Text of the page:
Glossary of Terms
The Kit has an array of terminology that you'll need to become familiar with. Most of the fundamental terms are defined below. Other terms are defined as they are introduced within the documentation. The terms below are those that you will likely come into contact with in a variety of contexts during data file creation. Please familiarize yourself with all of these terms, as the rest of the Kit documentation assumes you are familiar with them.
This section provide merely a quickly summary of each term. You'll find more in-depth information on most of these terms in subsequent sections of this documentation.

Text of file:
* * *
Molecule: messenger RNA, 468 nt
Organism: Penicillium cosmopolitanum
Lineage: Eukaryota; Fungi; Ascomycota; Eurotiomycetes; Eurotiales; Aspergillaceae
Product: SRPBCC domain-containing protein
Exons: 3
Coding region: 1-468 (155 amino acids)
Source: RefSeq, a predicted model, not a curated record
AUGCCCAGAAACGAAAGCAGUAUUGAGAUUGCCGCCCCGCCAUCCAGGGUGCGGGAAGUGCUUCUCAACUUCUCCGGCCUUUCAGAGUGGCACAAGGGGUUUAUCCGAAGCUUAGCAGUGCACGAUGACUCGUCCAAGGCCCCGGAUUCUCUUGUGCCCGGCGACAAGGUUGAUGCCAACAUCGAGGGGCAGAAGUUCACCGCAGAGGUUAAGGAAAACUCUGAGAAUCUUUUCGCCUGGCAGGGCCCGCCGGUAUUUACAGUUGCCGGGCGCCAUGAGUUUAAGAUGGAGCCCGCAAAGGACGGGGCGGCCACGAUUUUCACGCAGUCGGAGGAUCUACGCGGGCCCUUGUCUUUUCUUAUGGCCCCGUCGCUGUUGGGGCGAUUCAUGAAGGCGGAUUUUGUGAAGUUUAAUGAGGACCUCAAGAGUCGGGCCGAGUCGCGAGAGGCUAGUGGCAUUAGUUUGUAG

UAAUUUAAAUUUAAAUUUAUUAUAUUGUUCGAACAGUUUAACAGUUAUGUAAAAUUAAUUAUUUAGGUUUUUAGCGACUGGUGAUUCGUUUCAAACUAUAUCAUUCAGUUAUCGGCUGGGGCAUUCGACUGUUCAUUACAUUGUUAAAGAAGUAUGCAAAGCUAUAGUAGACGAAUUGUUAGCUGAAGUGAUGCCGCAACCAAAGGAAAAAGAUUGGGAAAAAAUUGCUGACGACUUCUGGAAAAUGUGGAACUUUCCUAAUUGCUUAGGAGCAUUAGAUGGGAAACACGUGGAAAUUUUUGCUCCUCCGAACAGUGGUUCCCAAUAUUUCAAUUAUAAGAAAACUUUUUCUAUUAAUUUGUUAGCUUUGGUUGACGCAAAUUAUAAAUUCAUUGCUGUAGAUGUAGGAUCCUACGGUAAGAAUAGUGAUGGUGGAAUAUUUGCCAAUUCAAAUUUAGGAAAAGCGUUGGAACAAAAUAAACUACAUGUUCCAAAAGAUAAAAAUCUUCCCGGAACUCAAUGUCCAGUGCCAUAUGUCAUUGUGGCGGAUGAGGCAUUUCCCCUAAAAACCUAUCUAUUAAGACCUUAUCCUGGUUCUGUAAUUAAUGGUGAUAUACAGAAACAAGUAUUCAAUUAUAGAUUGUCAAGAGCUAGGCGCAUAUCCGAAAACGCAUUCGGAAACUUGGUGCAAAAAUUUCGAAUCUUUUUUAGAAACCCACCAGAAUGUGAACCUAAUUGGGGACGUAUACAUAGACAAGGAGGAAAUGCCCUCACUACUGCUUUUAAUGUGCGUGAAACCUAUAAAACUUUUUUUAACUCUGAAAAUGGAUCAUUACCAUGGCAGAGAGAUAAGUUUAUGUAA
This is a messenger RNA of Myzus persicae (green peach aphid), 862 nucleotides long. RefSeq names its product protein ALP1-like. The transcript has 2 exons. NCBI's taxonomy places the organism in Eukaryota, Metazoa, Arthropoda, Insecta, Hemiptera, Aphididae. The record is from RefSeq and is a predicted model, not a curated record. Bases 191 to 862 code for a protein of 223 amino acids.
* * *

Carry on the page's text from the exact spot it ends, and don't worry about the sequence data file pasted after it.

unique id Just about everything within the data files is assigned a unique id (often shortened to id) that serves to uniquely identify that object throughout the data files. Each object can then be referenced by other objects based on that unique id. hero A hero is the character that the user is creating and evolving within HL. portfolio A portfolio represents the collection of heroes being actively created by the user. In many cases, a user will only be creating a single character, but the portfolio can encompass dependent's, henchmen, allies, an entire adventuring party, etc. thing A thing encapsulates all of the characteristics of an object the end-user manipulates for a particular game system. These include classes, spells, weapons, skills, etc. field Each thing can have an assortment of values associated with it. Each of these values is a field, with some fields being fixed and others changing dynamically in response to user actions during hero creation. component All things can be grouped into sets of related behaviors (e.g. weapons, armor, spells, etc.). Each of these groupings is a component, with each component having a pre-defined set of fields that describe all instances of that component. Every thing is an instance one or more components. component set A component set represents a collection of one or more components. Each component corresponds to a particular aspect of the game system, and component sets allow those components to be blended into useful combinations. For example, a game system might have separate components for armor and cyberwear, but some cyberwear might also be armor, in which case a component set could be defined for cyberarmor that blends the two components into a single set. pick When a thing is added to a hero, an instance of that thing is created, and that instance is called a pick (because it will typically have been picked by the user). Since it is possible to add multiple instances of the same thing to a hero, and each instance can be configured differently, a separate term is needed for an added thing. entity Some things are complex and highly customizable by the user (e.g. vehicles, magic weapons, etc.). When that occurs, an entity is used to describe the customizations that can be performed within a separate level. gizmo Like picks, when an entity is added to a hero, an instance of that entity is created, and that instance is referred to as a gizmo. For example, multiple custom magic weapons can be added to the hero, each configured differently, with each being a distinct gizmo and all being based upon the same entity. container Both heroes and gizmos hold picks. When no distinction is needed between a hero and a gizmo, they are generically referred to as a container. portal Both on the screen and within character sheets, a portal represents a distinct visual mechanism for presenting the contents of a field or some other information to the user. Some portals will accept user input and others coordinate the presentation of large set of data through tables. style The visual look of a game system will be standardized so that all portals of a given type will share common characteristics like color, font, etc. To eliminate the need for re-defining this information for every portal, a number of styles are defined and every portal then refers to a style for its characteristics. template Portals are grouped into templates to describe how all of the information for a thing should be presented to the user. By defining labels and appropriate visual components to show the contents of fields, a template defines the way things are viewed by the user. layout When presenting information to the user, templates and individual portals will need to be combined, and this is achieved through layouts. panel On the screen, all information is organized for presentation to the user within panels, with a different tab panel corresponding to each tab across the top of the main window. sheet A sheet corresponds to a character sheet being output for the hero, usually to the printer. table Throughout the user-interface, the Kit uses tables to present a scrollable list of templates, wherein each item in the table presents the contents of a single thing or pick from a related set. Tables can sometimes support user-selection as well, in which case a separate selection table is used to choose from. script The Kit provides a simple programming language through which you can define scripts that are allow you to implement the nuances of every game system. phase Evaluation of scripts, rules, and other operations must be scheduled within the engine to occur in a controlled sequence. To this end, each game system defines a set of phases that break up the sequence into logical chunks. priority Within each phase, priorities are assigned that control the sequence within that phase. eval script Whenever the selection of a thing causes chain reactions to occur within the hero (e.g. a magic item that increases the wielder's strength), an eval script is written and attached that performs the necessary actions. eval rule Every game system has an assortment of constraints that govern hero construction, such as minimum and maximum limits, allowed combinations of abilities, etc. To enforce these constraints, eval rules allow these requirements to be validated. task Each eval script and eval rule is scheduled as an individual task within the HL engine for processing. procedure A procedure is a fragment of a script that is defined separately and can be re-used from within multiple different scripts. For example, if a game system has multiple pieces of equipment that trigger the same basic set of adjustments to the hero, a procedure could be used to put all the logic in one spot and re-use it. tag Each individual characteristic of a thing is identified via a tag associated with that thing. Each tag represents an individual facet of a thing, such as the level of a spell, whether a weapon is ranged or not, etc. tag group While individual tags identify a specific characteristic of a thing, a tag group identifies a collection of related tags. For example, spells in the d20 System game system each belong to a particular "spell level", and each spell could be assigned the tag "1", "2", "3", etc. from the tag group "spelllevel". tag expression Things will often have many different tags assigned to them. To identify the things that meet a select set of requirements, various tags will be tested for via a Boolean expression referred to as a tag expression (or tagexpr for short). version The term version refers to the version of a set of data files (or possibly the Hero Lab product). In order to keep track of updates to data files, a version number is assigned to the data files, which is used both by the end-user and by HL to track when changes are made. element Since the Kit uses XML for its underlying file structures, and the term element has an established meaning within XML, this term is used to reference objects that are implemented as XML elements within data files. attribute Similar to the use of the term element, the term attribute has an established meaning within XML, so this term is used to reference anything that is implemented as XML attributes within data files. bootstrap There are times when one thing or entity needs to automatically add additional things to the container, such as the special abilities conferred for a particular race. These automatically added things are considered to be bootstrapped by the object that adds them. live Both structural elements (e.g. picks and gizmos) and visual elements (e.g. panels and layouts) are considered to be either live or non-live, depending on whether they satisfy various requirements. When live, an object behaves normally. When non-live, an object behaves as if it does not exist (i.e. was never added to the container or is never shown to the user). linkage Logical associations between one thing and another can be established via linkages. This allows a script to be written for a component that is then inherited by all derived things, but with each individual thing defining a potentially different thing as its associated linkage. dossier An ordered collection of character sheets is referred to as a dossier.